Is Acute Myeloid Leukemia Hereditary?

AML is not usually hereditary, but an extremely rare subtype is inherited

If you or a family member has been diagnosed with acute myeloid leukemia (AML), you may be wondering if this cancer is genetic, or heritable. In most cases, leukemia is not hereditary and does not run in families.

Acute myeloid leukemia is a cancer of the blood cells. In the spongy tissue of the long bones (bone marrow), stem cells are constantly dividing and maturing into new blood cells. When cancer develops in the stem cells, it starts forming immature blood cells instead. These immature cells don’t work as well as mature blood cells.

About 20,000 new cases of AML were predicted to be diagnosed in the United States in 2021. In many of these cases, the patient either has no known risk factors or their main risk factors for AML are lifestyle and environmentally based, such as smoking and exposure to toxic chemicals.

But some AML patients inherit gene mutations that increase their risk of developing leukemia. AML also occurs more often in people with some inherited disorders such as ataxia telangiectasia (a rare disease that affects the nervous, immune, and body systems) and Down syndrome (trisomy 21, the presence of a third copy of chromosome 21). There is also a rare subtype of leukemia called familial AML that is passed through family lines. 

This article will review the main inherited risk factors for AML, including a rare familial subtype.

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Risk Factors for Acute Myeloid Leukemia

Risk factors are anything that impacts the likelihood that you will develop a particular condition. Having a risk factor does not mean you will develop that disease. Not having a risk factor also doesn’t mean you won’t get the disease. 

Not all risk factors are made equal—some have a more significant impact on your risk of developing a condition than others. Some you can control (like smoking), while others are out of your grasp.


Cancer develops when genes mutate within a specific cell over a person's lifetime, but genetics only plays a role in that mutation developing some of the time. Mutations in cancer cells that occur during your lifetime can't be passed down—they are not present in the eggs and sperm that give your genes to your biological children. 

Genetic changes that are inherited and directly cause or increase the risk of AML are rare. There is only one known rare subtype of AML that is caused directly by an inherited mutation. 

Family History 

Family history is a way of saying that a close relative has had the disease. A family history of a specific disease could mean that a sibling or parent has or had it. Having a family history of AML does increase your risk of developing it.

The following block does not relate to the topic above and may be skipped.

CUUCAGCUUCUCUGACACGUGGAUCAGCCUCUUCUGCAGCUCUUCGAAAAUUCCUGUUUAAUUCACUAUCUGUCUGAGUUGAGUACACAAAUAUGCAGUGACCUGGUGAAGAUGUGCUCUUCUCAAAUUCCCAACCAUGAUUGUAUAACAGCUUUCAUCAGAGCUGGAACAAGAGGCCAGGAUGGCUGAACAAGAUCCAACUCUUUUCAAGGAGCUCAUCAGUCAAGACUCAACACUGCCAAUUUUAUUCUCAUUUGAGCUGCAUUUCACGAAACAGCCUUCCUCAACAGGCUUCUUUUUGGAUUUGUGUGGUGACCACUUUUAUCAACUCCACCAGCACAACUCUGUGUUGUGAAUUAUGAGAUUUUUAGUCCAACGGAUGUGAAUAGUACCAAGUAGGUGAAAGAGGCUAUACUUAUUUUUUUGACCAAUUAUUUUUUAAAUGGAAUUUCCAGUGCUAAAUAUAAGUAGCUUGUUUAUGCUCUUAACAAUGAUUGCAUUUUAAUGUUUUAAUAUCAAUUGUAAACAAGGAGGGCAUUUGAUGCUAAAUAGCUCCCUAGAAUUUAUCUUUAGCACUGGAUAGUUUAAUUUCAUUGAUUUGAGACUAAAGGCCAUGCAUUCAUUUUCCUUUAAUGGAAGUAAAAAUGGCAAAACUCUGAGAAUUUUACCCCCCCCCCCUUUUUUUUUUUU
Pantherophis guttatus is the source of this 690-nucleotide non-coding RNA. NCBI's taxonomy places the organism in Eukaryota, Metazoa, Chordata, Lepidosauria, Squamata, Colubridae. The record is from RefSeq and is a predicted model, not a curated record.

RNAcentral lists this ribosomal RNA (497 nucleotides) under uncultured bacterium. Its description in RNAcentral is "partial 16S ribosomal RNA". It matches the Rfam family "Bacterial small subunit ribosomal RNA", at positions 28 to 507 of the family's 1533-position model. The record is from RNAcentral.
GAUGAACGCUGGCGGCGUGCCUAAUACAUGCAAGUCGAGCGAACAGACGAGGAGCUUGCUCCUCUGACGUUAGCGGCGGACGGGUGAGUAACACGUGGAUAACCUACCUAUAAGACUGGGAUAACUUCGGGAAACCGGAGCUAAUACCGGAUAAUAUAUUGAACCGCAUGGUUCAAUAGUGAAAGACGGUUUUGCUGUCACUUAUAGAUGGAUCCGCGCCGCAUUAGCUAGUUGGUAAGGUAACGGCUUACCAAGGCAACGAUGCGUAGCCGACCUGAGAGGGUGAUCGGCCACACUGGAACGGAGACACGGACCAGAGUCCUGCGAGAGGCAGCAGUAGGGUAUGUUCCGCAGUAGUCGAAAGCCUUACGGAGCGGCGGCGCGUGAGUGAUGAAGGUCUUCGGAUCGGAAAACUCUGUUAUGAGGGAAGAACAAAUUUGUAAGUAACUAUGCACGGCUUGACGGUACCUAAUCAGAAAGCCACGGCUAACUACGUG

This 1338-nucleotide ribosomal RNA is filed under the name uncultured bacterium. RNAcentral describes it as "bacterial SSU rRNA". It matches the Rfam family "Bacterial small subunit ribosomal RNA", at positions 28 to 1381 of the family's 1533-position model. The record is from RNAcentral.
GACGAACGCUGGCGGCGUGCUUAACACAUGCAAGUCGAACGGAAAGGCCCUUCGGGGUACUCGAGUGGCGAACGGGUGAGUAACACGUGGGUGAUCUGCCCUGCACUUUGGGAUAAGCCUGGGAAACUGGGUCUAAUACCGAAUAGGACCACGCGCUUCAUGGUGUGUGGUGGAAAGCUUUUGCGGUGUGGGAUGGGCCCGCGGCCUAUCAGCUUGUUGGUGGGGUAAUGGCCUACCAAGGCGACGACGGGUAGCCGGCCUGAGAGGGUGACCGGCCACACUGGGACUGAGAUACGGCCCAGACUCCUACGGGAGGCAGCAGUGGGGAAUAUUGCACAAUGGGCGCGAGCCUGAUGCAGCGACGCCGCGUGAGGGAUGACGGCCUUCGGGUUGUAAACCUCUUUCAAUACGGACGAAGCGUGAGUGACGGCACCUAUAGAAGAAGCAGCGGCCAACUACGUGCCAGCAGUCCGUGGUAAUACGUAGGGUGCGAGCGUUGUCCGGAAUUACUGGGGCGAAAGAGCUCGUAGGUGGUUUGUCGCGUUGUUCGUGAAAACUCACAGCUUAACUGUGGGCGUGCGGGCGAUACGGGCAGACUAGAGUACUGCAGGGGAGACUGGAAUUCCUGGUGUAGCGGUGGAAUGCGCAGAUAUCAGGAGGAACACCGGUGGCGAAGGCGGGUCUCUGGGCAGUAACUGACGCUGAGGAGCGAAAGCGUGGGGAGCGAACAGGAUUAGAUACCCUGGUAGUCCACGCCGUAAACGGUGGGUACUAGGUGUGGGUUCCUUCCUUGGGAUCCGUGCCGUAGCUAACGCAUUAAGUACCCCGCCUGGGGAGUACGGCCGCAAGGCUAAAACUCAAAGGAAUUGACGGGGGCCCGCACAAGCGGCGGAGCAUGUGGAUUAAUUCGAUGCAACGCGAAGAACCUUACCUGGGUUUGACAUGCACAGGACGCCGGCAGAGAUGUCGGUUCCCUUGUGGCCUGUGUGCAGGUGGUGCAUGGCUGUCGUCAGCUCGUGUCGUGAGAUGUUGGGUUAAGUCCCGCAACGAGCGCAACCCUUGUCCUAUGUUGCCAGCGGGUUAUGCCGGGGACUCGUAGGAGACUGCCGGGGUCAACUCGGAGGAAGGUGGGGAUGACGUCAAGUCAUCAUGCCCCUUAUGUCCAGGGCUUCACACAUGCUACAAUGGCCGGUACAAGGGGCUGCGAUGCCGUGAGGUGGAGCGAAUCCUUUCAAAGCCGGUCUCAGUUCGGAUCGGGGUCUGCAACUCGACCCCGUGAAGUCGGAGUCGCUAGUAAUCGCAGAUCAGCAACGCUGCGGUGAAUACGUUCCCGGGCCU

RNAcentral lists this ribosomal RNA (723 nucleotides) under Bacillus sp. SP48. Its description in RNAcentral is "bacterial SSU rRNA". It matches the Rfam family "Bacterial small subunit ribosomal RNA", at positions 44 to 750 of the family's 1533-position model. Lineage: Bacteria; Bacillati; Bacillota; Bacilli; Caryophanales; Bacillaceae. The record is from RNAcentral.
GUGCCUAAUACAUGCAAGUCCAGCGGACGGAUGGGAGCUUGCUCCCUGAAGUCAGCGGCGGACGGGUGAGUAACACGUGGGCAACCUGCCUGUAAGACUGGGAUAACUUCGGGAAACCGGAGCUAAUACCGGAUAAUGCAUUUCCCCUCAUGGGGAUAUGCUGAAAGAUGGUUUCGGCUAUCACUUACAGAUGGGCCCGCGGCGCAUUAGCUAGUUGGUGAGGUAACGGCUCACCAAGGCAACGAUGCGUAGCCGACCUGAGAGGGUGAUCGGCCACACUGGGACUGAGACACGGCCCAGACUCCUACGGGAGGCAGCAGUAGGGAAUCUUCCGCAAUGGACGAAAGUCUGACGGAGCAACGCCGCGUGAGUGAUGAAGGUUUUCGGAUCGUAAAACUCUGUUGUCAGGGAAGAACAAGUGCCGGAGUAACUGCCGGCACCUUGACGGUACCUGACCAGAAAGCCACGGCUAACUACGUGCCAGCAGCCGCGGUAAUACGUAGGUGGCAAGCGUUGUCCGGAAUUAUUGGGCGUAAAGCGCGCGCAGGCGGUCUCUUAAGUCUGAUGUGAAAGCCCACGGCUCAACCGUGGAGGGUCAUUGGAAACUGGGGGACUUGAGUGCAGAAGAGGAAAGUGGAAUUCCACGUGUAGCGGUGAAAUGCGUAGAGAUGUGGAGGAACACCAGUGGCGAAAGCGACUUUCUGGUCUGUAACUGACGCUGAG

The family history factor could be due to various genetic changes that don’t directly cause AML but lead to increased risk. It could be due to shared environmental factors from living in a certain area or having a certain lifestyle. 


Some of the most important risk factors for AML are:

  • Your age: Older adults are more at risk of developing AML.
  • Your sex: Males are more at risk of AML than females.

Other Inherited Genetic Disorders

Several genetic conditions may increase the risk of AML, but they only play a small part in the number of patients diagnosed with this cancer every year — they are all quite rare. They include:

  • Severe congenital neutropenia (also called Kostmann syndrome): A disorder showing very low white blood cell counts
  • Ataxia telangiectasia: A disorder producing insufficient amounts of a protein that helps clear damaged cells, with symptoms of disordered movement and dilated blood vessels resulting in bloodshot eyes
  • Bloom syndrome: A disorder with small stature, distinctive features, and sun sensitivity
  • Down syndrome: An extra copy of chromosome 21 gives distinctive features and developmental and intellectual delays
  • Fanconi anemia: A disorder with decreased production of all blood cell lines in the bone marrow
  • Klinefelter's syndrome: A disorder in which a person has two X chromosomes and one Y chromosome (XXY)
  • Li-Fraumeni syndrome: A disorder in which a mutation in a tumor suppressor gene gives increased risk of many types of cancer
  • Neurofibromatosis type 1: A disorder in which tumors form around nerves
  • Familial platelet disorder syndrome: A disorder that shows low platelet count and impaired platelet function and increased risk of blood disorders
  • Wiskott-Aldrich syndrome: A disorder in which platelet count is low and immunity is impaired

Environmental Exposures

Some of the most significant risk factors for developing AML are your lifestyle and lifetime exposure to chemicals. These include:

  • Smoking 
  • Exposure to high levels of radiation (such as in survivors of nuclear bombs or reactor accidents or in people who had radiation treatment for cancer)
  • Having undergone chemotherapy for another type of cancer or condition
  • Exposure to chemicals such as benzene 

Exposure to Lower Levels of Radiation